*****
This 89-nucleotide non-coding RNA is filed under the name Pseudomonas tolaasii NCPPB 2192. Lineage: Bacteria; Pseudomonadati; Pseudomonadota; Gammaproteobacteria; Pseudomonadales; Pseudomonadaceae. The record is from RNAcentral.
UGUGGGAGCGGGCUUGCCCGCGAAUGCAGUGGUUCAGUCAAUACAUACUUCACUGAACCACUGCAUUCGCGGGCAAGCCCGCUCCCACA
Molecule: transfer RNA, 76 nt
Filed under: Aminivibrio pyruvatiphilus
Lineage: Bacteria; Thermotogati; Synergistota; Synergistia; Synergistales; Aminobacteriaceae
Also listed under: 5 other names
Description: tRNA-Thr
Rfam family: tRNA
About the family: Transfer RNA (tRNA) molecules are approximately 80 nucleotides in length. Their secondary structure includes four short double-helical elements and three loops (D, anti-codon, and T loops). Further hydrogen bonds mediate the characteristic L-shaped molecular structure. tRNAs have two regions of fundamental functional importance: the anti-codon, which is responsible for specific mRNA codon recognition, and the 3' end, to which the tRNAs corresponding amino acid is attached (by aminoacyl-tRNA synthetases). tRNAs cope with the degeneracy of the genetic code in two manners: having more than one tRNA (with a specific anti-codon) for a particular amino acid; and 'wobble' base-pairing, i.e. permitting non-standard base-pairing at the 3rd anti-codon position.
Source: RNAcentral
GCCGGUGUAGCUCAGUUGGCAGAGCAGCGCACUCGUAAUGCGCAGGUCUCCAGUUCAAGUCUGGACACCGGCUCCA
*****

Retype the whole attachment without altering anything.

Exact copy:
This 89-nucleotide non-coding RNA is filed under the name Pseudomonas tolaasii NCPPB 2192. Lineage: Bacteria; Pseudomonadati; Pseudomonadota; Gammaproteobacteria; Pseudomonadales; Pseudomonadaceae. The record is from RNAcentral.
UGUGGGAGCGGGCUUGCCCGCGAAUGCAGUGGUUCAGUCAAUACAUACUUCACUGAACCACUGCAUUCGCGGGCAAGCCCGCUCCCACA
Molecule: transfer RNA, 76 nt
Filed under: Aminivibrio pyruvatiphilus
Lineage: Bacteria; Thermotogati; Synergistota; Synergistia; Synergistales; Aminobacteriaceae
Also listed under: 5 other names
Description: tRNA-Thr
Rfam family: tRNA
About the family: Transfer RNA (tRNA) molecules are approximately 80 nucleotides in length. Their secondary structure includes four short double-helical elements and three loops (D, anti-codon, and T loops). Further hydrogen bonds mediate the characteristic L-shaped molecular structure. tRNAs have two regions of fundamental functional importance: the anti-codon, which is responsible for specific mRNA codon recognition, and the 3' end, to which the tRNAs corresponding amino acid is attached (by aminoacyl-tRNA synthetases). tRNAs cope with the degeneracy of the genetic code in two manners: having more than one tRNA (with a specific anti-codon) for a particular amino acid; and 'wobble' base-pairing, i.e. permitting non-standard base-pairing at the 3rd anti-codon position.
Source: RNAcentral
GCCGGUGUAGCUCAGUUGGCAGAGCAGCGCACUCGUAAUGCGCAGGUCUCCAGUUCAAGUCUGGACACCGGCUCCA